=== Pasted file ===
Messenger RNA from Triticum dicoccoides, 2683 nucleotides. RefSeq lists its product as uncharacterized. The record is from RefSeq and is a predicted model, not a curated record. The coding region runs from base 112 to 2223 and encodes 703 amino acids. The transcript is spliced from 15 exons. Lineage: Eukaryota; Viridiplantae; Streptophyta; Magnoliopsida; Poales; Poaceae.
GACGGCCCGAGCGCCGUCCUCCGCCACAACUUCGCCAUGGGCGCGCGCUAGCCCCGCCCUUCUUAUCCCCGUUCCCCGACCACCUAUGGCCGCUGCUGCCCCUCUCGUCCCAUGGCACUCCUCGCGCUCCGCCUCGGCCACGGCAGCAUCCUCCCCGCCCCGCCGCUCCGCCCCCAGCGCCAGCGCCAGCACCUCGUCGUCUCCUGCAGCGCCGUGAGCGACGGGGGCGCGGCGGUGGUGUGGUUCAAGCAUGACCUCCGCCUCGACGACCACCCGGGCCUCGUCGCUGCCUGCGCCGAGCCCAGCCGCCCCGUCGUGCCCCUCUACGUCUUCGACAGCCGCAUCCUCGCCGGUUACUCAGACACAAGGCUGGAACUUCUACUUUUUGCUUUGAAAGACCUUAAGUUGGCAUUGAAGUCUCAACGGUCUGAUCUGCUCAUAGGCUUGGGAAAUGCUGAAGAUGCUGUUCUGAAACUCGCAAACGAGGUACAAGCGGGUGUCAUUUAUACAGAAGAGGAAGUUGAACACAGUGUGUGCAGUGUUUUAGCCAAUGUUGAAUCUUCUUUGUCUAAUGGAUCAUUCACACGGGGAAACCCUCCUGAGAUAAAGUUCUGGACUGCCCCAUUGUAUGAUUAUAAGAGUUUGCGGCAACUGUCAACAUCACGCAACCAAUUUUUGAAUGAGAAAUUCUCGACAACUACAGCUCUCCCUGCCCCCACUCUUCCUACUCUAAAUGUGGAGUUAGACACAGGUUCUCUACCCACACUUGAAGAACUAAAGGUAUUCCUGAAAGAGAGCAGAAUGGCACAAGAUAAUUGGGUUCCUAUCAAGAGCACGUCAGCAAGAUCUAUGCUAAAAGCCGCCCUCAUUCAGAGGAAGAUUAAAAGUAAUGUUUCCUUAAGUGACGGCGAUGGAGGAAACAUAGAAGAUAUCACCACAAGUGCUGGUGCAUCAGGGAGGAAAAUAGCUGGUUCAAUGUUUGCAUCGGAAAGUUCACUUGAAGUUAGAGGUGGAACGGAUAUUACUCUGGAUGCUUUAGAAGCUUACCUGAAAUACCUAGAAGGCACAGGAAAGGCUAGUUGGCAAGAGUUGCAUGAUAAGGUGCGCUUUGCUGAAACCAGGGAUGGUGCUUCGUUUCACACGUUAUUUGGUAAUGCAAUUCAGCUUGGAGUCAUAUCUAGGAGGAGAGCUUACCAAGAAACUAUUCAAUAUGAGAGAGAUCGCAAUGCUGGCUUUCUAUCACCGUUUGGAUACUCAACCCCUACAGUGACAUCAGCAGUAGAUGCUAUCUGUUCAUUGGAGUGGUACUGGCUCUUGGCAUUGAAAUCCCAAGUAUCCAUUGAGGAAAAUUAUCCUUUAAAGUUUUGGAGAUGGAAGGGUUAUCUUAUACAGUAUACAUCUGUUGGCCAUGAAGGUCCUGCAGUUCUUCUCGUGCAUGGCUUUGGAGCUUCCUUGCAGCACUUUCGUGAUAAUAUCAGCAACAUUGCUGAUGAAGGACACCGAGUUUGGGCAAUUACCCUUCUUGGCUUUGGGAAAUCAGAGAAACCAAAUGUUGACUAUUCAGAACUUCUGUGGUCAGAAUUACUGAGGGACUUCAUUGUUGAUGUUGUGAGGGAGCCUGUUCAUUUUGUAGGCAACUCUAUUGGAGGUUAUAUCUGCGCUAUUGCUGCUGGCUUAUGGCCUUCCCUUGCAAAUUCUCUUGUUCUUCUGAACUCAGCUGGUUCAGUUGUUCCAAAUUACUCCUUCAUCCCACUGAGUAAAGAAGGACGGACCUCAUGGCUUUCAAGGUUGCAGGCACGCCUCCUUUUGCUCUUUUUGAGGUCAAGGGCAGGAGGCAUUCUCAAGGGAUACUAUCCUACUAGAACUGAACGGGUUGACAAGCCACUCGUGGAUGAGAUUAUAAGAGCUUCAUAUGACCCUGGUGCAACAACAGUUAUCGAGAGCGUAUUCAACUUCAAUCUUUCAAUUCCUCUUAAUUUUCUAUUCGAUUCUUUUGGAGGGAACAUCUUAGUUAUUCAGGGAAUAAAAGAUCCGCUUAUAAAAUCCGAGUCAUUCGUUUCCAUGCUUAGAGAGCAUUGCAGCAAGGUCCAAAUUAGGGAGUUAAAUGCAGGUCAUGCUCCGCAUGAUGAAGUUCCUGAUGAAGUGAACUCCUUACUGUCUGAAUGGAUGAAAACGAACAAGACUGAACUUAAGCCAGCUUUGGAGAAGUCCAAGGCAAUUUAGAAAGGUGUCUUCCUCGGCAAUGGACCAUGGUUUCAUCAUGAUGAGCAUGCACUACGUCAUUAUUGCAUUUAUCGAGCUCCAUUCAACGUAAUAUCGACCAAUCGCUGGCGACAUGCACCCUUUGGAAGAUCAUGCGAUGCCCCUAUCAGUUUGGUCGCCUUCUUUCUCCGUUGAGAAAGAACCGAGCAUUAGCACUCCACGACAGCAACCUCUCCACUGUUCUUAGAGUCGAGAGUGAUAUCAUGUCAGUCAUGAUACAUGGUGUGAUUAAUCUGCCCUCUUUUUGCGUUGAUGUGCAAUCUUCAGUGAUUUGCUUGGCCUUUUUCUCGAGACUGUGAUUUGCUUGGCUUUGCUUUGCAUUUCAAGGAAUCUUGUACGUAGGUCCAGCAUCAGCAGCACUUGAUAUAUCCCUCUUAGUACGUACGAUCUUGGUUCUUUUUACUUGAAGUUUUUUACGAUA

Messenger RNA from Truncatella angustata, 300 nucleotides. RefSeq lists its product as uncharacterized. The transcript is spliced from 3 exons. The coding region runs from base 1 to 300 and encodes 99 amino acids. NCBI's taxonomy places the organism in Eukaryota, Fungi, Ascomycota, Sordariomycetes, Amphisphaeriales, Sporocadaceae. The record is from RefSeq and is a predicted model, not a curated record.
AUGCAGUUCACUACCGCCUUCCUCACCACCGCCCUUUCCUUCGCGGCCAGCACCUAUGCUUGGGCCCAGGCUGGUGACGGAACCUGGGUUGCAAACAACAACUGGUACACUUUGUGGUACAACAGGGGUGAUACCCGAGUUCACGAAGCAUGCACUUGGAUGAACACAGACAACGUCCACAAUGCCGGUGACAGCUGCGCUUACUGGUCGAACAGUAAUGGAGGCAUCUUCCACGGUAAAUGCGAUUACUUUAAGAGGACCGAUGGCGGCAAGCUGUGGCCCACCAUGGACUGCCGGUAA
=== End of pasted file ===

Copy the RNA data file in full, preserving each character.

Messenger RNA from Triticum dicoccoides, 2683 nucleotides. RefSeq lists its product as uncharacterized. The record is from RefSeq and is a predicted model, not a curated record. The coding region runs from base 112 to 2223 and encodes 703 amino acids. The transcript is spliced from 15 exons. Lineage: Eukaryota; Viridiplantae; Streptophyta; Magnoliopsida; Poales; Poaceae.
GACGGCCCGAGCGCCGUCCUCCGCCACAACUUCGCCAUGGGCGCGCGCUAGCCCCGCCCUUCUUAUCCCCGUUCCCCGACCACCUAUGGCCGCUGCUGCCCCUCUCGUCCCAUGGCACUCCUCGCGCUCCGCCUCGGCCACGGCAGCAUCCUCCCCGCCCCGCCGCUCCGCCCCCAGCGCCAGCGCCAGCACCUCGUCGUCUCCUGCAGCGCCGUGAGCGACGGGGGCGCGGCGGUGGUGUGGUUCAAGCAUGACCUCCGCCUCGACGACCACCCGGGCCUCGUCGCUGCCUGCGCCGAGCCCAGCCGCCCCGUCGUGCCCCUCUACGUCUUCGACAGCCGCAUCCUCGCCGGUUACUCAGACACAAGGCUGGAACUUCUACUUUUUGCUUUGAAAGACCUUAAGUUGGCAUUGAAGUCUCAACGGUCUGAUCUGCUCAUAGGCUUGGGAAAUGCUGAAGAUGCUGUUCUGAAACUCGCAAACGAGGUACAAGCGGGUGUCAUUUAUACAGAAGAGGAAGUUGAACACAGUGUGUGCAGUGUUUUAGCCAAUGUUGAAUCUUCUUUGUCUAAUGGAUCAUUCACACGGGGAAACCCUCCUGAGAUAAAGUUCUGGACUGCCCCAUUGUAUGAUUAUAAGAGUUUGCGGCAACUGUCAACAUCACGCAACCAAUUUUUGAAUGAGAAAUUCUCGACAACUACAGCUCUCCCUGCCCCCACUCUUCCUACUCUAAAUGUGGAGUUAGACACAGGUUCUCUACCCACACUUGAAGAACUAAAGGUAUUCCUGAAAGAGAGCAGAAUGGCACAAGAUAAUUGGGUUCCUAUCAAGAGCACGUCAGCAAGAUCUAUGCUAAAAGCCGCCCUCAUUCAGAGGAAGAUUAAAAGUAAUGUUUCCUUAAGUGACGGCGAUGGAGGAAACAUAGAAGAUAUCACCACAAGUGCUGGUGCAUCAGGGAGGAAAAUAGCUGGUUCAAUGUUUGCAUCGGAAAGUUCACUUGAAGUUAGAGGUGGAACGGAUAUUACUCUGGAUGCUUUAGAAGCUUACCUGAAAUACCUAGAAGGCACAGGAAAGGCUAGUUGGCAAGAGUUGCAUGAUAAGGUGCGCUUUGCUGAAACCAGGGAUGGUGCUUCGUUUCACACGUUAUUUGGUAAUGCAAUUCAGCUUGGAGUCAUAUCUAGGAGGAGAGCUUACCAAGAAACUAUUCAAUAUGAGAGAGAUCGCAAUGCUGGCUUUCUAUCACCGUUUGGAUACUCAACCCCUACAGUGACAUCAGCAGUAGAUGCUAUCUGUUCAUUGGAGUGGUACUGGCUCUUGGCAUUGAAAUCCCAAGUAUCCAUUGAGGAAAAUUAUCCUUUAAAGUUUUGGAGAUGGAAGGGUUAUCUUAUACAGUAUACAUCUGUUGGCCAUGAAGGUCCUGCAGUUCUUCUCGUGCAUGGCUUUGGAGCUUCCUUGCAGCACUUUCGUGAUAAUAUCAGCAACAUUGCUGAUGAAGGACACCGAGUUUGGGCAAUUACCCUUCUUGGCUUUGGGAAAUCAGAGAAACCAAAUGUUGACUAUUCAGAACUUCUGUGGUCAGAAUUACUGAGGGACUUCAUUGUUGAUGUUGUGAGGGAGCCUGUUCAUUUUGUAGGCAACUCUAUUGGAGGUUAUAUCUGCGCUAUUGCUGCUGGCUUAUGGCCUUCCCUUGCAAAUUCUCUUGUUCUUCUGAACUCAGCUGGUUCAGUUGUUCCAAAUUACUCCUUCAUCCCACUGAGUAAAGAAGGACGGACCUCAUGGCUUUCAAGGUUGCAGGCACGCCUCCUUUUGCUCUUUUUGAGGUCAAGGGCAGGAGGCAUUCUCAAGGGAUACUAUCCUACUAGAACUGAACGGGUUGACAAGCCACUCGUGGAUGAGAUUAUAAGAGCUUCAUAUGACCCUGGUGCAACAACAGUUAUCGAGAGCGUAUUCAACUUCAAUCUUUCAAUUCCUCUUAAUUUUCUAUUCGAUUCUUUUGGAGGGAACAUCUUAGUUAUUCAGGGAAUAAAAGAUCCGCUUAUAAAAUCCGAGUCAUUCGUUUCCAUGCUUAGAGAGCAUUGCAGCAAGGUCCAAAUUAGGGAGUUAAAUGCAGGUCAUGCUCCGCAUGAUGAAGUUCCUGAUGAAGUGAACUCCUUACUGUCUGAAUGGAUGAAAACGAACAAGACUGAACUUAAGCCAGCUUUGGAGAAGUCCAAGGCAAUUUAGAAAGGUGUCUUCCUCGGCAAUGGACCAUGGUUUCAUCAUGAUGAGCAUGCACUACGUCAUUAUUGCAUUUAUCGAGCUCCAUUCAACGUAAUAUCGACCAAUCGCUGGCGACAUGCACCCUUUGGAAGAUCAUGCGAUGCCCCUAUCAGUUUGGUCGCCUUCUUUCUCCGUUGAGAAAGAACCGAGCAUUAGCACUCCACGACAGCAACCUCUCCACUGUUCUUAGAGUCGAGAGUGAUAUCAUGUCAGUCAUGAUACAUGGUGUGAUUAAUCUGCCCUCUUUUUGCGUUGAUGUGCAAUCUUCAGUGAUUUGCUUGGCCUUUUUCUCGAGACUGUGAUUUGCUUGGCUUUGCUUUGCAUUUCAAGGAAUCUUGUACGUAGGUCCAGCAUCAGCAGCACUUGAUAUAUCCCUCUUAGUACGUACGAUCUUGGUUCUUUUUACUUGAAGUUUUUUACGAUA

Messenger RNA from Truncatella angustata, 300 nucleotides. RefSeq lists its product as uncharacterized. The transcript is spliced from 3 exons. The coding region runs from base 1 to 300 and encodes 99 amino acids. NCBI's taxonomy places the organism in Eukaryota, Fungi, Ascomycota, Sordariomycetes, Amphisphaeriales, Sporocadaceae. The record is from RefSeq and is a predicted model, not a curated record.
AUGCAGUUCACUACCGCCUUCCUCACCACCGCCCUUUCCUUCGCGGCCAGCACCUAUGCUUGGGCCCAGGCUGGUGACGGAACCUGGGUUGCAAACAACAACUGGUACACUUUGUGGUACAACAGGGGUGAUACCCGAGUUCACGAAGCAUGCACUUGGAUGAACACAGACAACGUCCACAAUGCCGGUGACAGCUGCGCUUACUGGUCGAACAGUAAUGGAGGCAUCUUCCACGGUAAAUGCGAUUACUUUAAGAGGACCGAUGGCGGCAAGCUGUGGCCCACCAUGGACUGCCGGUAA